They did build Laika a window. Despite objections from higher-ups and the large costs of securing a window in a pressurized capsule, the engineers did it so the dying dog could look out—a window for Laika, whose monitored execution had been their one objective in all interactions that had bonded her to them with the keen devotion of every well-loved canine.
What the scientists didn’t yet know was that once reaching peak-altitude, Laika would have seen nothing but blackness and the faint indigo squint of the troposphere on the horizon miles away. She wouldn’t have bothered to look at the sun, which, without cloud cover, burned unforgivingly against the vessel’s glare shield. And she wouldn’t find other stars. Had she survived the week as reported and lived to see the capsule turn, however, Laika would’ve caught one last view of the forested mainland. She would’ve been the first to disclose those undiscovered countries. And there, there below: a downy avalanche over Peru—an earthquake jolting at 200 miles per hour, disporting itself in amorphous bulks of snow, an extravagant gesture, uprooting the livid conifers and 4,000 lives, 4,000 tiny dots in white. From up above, the landslide would’ve looked like a photograph, moving just inches at a time across the dog’s windowsill—a peaceful wipe of snowflake and dust, almost perfectly still, in witless motion.
Wintry air makes a wolf’s tongue numb. With sharpened blades, Inuit hunters used to set traps for wolves. They’d dip the knife in seal blood and bury the haft in the snow. The blood would freeze into a deadly popsicle. A hungry wolf would smell the blood, seek out the knife, and lick it until it shredded its tongue to threads.
I mean, the wolf would bleed to death.
Laika once came home with petals of blood on her nose. There were muskrats in the garden that liked to fight back. My mother wiped her face and then told us about black holes. She showed a picture of our own galaxy, laid her finger on the chartreuse center and said, You could never see someone fall into a black hole. If a traveler were to fall into a black hole, his image would just get slower and slower till he reached the horizon—at which point his image would stick. It’s kind of like Zeno’s paradox, where Achilles never wins his race against the tortoise because the distance of their subsequent movements reduces infinitely, by half the distance of the finish line. Only with black holes the light bouncing off of the traveler would also be shifting to lower frequencies, making him not only infinitely slower but infinitely dimmer and redder too.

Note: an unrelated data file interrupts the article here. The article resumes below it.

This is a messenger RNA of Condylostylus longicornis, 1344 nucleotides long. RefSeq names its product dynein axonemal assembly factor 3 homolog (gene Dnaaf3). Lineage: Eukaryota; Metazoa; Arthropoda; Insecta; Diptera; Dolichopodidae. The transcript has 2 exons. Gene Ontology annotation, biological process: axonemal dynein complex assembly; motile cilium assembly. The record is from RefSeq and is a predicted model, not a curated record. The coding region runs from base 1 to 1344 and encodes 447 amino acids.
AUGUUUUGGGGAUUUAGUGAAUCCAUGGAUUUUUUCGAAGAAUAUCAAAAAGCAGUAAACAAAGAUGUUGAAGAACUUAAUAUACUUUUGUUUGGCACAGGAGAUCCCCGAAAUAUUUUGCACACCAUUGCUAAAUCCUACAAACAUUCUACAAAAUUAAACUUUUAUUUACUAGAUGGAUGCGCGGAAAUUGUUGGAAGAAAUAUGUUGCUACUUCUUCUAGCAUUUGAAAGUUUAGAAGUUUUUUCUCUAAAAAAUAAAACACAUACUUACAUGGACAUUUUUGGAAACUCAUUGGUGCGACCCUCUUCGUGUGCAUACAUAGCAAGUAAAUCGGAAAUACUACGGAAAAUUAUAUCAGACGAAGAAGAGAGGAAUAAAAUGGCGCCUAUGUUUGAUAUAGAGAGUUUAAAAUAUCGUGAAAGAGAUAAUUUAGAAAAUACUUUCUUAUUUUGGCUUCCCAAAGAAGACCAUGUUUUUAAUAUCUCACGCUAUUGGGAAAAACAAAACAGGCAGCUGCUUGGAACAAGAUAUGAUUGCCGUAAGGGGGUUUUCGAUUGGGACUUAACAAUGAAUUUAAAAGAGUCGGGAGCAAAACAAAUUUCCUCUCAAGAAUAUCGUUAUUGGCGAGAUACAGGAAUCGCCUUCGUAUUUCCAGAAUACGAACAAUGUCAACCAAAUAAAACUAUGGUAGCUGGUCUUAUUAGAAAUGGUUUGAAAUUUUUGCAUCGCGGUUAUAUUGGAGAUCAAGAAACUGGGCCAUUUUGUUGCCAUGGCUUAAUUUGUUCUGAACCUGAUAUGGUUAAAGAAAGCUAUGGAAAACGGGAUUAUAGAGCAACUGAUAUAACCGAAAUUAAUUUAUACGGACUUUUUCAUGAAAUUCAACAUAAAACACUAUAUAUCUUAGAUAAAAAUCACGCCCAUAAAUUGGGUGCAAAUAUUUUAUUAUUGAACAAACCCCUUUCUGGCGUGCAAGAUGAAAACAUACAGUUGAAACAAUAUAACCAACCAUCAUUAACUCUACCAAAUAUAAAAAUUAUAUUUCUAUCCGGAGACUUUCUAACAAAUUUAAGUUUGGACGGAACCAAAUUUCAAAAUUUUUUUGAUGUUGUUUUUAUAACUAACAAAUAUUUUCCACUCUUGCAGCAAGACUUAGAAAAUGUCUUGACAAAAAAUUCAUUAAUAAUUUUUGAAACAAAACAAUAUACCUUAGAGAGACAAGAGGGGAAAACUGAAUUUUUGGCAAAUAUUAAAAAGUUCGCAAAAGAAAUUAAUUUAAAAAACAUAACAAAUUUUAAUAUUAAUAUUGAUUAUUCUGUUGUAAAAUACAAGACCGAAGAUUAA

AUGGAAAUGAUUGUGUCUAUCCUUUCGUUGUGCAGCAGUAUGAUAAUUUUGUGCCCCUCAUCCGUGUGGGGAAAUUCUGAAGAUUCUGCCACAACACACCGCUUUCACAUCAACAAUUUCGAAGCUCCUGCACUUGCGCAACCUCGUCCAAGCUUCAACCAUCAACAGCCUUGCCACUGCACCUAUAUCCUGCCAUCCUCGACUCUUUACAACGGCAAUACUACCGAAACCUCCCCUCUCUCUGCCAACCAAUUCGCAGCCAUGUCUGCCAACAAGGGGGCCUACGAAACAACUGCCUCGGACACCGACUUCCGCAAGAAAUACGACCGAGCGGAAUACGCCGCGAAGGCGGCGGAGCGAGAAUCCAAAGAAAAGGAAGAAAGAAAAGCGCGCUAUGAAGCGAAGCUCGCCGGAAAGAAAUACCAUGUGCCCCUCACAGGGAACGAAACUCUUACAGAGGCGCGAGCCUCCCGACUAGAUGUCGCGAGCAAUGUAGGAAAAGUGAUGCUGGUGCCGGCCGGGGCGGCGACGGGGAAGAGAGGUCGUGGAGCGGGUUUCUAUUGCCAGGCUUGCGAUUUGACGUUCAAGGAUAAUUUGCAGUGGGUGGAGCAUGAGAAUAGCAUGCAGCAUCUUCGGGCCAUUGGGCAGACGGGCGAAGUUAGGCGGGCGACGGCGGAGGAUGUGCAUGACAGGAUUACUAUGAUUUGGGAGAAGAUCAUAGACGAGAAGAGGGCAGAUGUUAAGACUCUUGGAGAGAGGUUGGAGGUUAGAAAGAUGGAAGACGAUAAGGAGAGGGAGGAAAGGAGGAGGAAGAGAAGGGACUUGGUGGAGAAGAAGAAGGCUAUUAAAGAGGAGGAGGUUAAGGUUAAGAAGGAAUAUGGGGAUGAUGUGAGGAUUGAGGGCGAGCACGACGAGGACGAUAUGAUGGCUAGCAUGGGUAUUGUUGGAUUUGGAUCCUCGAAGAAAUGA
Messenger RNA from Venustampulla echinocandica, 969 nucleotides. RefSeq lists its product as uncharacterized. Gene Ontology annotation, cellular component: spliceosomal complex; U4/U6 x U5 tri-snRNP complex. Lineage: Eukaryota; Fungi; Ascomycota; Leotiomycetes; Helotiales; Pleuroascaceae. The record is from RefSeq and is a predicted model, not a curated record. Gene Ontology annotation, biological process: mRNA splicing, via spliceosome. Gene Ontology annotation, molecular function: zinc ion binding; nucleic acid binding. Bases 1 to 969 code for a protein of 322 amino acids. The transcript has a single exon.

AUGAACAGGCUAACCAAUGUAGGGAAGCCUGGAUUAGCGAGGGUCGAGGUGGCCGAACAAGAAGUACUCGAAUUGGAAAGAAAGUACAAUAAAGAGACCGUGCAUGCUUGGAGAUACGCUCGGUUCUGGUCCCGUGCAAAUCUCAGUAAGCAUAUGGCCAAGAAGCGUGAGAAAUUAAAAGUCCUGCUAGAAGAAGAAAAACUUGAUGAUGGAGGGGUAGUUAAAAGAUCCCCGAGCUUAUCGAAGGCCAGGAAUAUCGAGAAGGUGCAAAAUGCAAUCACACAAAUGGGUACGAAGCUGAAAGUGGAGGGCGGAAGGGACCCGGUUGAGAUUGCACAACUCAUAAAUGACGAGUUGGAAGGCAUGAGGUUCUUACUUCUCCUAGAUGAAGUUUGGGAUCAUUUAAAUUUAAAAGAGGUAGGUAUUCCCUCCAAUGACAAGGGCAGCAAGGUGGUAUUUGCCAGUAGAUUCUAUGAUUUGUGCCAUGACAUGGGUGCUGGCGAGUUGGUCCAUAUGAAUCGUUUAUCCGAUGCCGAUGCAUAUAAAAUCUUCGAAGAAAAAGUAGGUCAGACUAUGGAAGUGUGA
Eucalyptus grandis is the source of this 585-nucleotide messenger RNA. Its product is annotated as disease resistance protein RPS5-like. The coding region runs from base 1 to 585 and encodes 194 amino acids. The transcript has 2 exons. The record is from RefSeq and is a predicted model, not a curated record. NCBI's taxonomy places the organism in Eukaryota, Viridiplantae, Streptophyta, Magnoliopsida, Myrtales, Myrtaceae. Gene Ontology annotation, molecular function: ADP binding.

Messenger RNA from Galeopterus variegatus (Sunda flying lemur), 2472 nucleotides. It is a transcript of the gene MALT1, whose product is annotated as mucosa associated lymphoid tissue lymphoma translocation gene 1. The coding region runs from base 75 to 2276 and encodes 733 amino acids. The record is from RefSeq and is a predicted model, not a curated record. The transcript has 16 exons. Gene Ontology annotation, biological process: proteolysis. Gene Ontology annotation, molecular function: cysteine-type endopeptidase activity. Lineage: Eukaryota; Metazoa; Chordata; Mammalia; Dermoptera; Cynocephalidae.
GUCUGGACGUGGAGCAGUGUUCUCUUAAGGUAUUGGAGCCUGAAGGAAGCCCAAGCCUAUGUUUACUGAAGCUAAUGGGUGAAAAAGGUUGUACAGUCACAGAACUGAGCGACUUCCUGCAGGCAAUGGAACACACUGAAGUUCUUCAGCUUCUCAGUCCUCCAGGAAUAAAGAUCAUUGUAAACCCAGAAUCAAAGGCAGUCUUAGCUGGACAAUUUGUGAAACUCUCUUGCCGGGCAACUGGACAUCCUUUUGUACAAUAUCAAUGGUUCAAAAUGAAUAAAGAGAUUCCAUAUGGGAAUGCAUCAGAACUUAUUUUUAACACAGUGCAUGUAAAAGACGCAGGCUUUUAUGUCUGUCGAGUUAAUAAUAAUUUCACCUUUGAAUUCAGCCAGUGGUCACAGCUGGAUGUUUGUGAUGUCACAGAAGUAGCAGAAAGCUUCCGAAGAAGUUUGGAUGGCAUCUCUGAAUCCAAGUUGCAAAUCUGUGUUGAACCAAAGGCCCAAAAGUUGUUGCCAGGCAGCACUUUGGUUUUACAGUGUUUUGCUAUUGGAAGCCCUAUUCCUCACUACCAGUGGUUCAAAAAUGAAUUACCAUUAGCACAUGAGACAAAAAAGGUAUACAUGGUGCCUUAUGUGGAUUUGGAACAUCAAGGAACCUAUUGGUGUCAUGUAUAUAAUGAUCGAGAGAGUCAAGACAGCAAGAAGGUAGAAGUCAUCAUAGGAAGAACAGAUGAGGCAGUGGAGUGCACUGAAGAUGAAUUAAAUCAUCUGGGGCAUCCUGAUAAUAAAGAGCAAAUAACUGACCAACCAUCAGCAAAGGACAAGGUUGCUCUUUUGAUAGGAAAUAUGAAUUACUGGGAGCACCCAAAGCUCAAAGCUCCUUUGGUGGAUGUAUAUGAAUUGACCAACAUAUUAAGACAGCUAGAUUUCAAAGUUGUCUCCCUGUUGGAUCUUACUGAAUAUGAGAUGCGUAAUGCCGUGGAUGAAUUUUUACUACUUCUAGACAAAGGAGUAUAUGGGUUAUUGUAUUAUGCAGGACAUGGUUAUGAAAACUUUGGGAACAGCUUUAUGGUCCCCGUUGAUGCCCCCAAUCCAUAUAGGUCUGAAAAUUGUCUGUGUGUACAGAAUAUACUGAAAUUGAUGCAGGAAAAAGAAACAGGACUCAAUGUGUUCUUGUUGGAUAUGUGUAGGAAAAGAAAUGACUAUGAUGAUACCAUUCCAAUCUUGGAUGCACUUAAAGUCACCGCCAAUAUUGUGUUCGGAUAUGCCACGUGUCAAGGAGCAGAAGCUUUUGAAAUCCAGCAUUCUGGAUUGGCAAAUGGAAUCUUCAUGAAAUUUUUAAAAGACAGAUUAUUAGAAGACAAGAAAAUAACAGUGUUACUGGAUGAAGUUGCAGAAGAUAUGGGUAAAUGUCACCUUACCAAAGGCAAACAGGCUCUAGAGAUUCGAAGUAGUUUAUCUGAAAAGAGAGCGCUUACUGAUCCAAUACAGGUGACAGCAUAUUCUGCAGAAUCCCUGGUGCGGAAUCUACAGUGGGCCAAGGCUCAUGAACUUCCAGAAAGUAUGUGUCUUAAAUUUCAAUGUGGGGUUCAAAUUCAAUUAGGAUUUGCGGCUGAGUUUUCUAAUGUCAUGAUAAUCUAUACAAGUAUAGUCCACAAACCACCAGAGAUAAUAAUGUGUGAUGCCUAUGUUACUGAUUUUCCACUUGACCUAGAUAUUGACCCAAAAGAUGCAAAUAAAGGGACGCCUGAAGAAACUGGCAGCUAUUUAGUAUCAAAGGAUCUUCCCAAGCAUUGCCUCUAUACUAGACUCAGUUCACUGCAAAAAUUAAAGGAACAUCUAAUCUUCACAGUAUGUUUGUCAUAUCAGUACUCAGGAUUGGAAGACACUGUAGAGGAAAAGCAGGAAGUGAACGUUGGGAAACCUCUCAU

My mother unpressed the bloodstained napkin from Laika’s face.
Because of black holes there are hundreds if not thousands of dim red tortoises frozen across the universe, she explained.
I watch a snowfall from my bedroom in Clifton, Virginia. The clouds settle and depart as if pulled on a leash. In the evening I take a walk down to the creek where I once scouted tadpoles, checking the rills for frogs stuck in ice. When at one point I think I hear a spadefoot hurrying a croak, I shut my eyes and pray it was instead a sound that only sounded like a frog, because I’ve forgotten my knife.
Five—at two miles above the Earth’s surface, pilots without air tanks begin to suffer hypoxia; blood-oxygen saturation reduces to ninety percent and with prolonged exposure the brain loses its ability to make judgments or retain thoughts. Four—at four miles, temperatures drop to negative 55 degrees Celsius and homeostasis becomes impossible; the pilot begins to freeze. Three—at six miles, bodily fluids expand nine times their size at sea level, decompressing the lungs and rupturing any abdominal organs containing trapped gases. Two—at eight miles, blood begins to boil and all internal liquids vaporize. One—at ten miles—the human body inflates, inflates, and inflates and then bursts open from within. Zero—in fact there’s one other way to kill a wolf: let it bite down your arm, then wrestle it under you and lace your fingers—one in each eye—and squeeze through both eyes into the brain.
The panting stops; the blood freezes thick; the sound, it turns out, was a skidding rock. I pick it up and throw it across the icy creek. I recall that in the hours before Sputnik 2 launched, one scientist brought Laika home to play with his son and his daughter.
Sometimes I think of my old mongrel pup: of how hard it was for her to keep her head steady, of the cigarette burns the ditchdigger left on her belly. Other times I think about what it would be like to live on a moon 15 light years away. You could point a giant telescope from there to Earth, and the image would arrive 15 years delayed. Today you’d see Laika and a boy playing together as they did when they first met, racing past the turnaround roadsides and rows of softwoods, winding.
In the first few years after Laika’s death, I would always dig the snow off the dirt where she was buried. It would make a dark hole, a round of soil exposed under ice, that I’d leave behind, carrying my plastic shovel in tow, counting, seconds to go, seconds to go.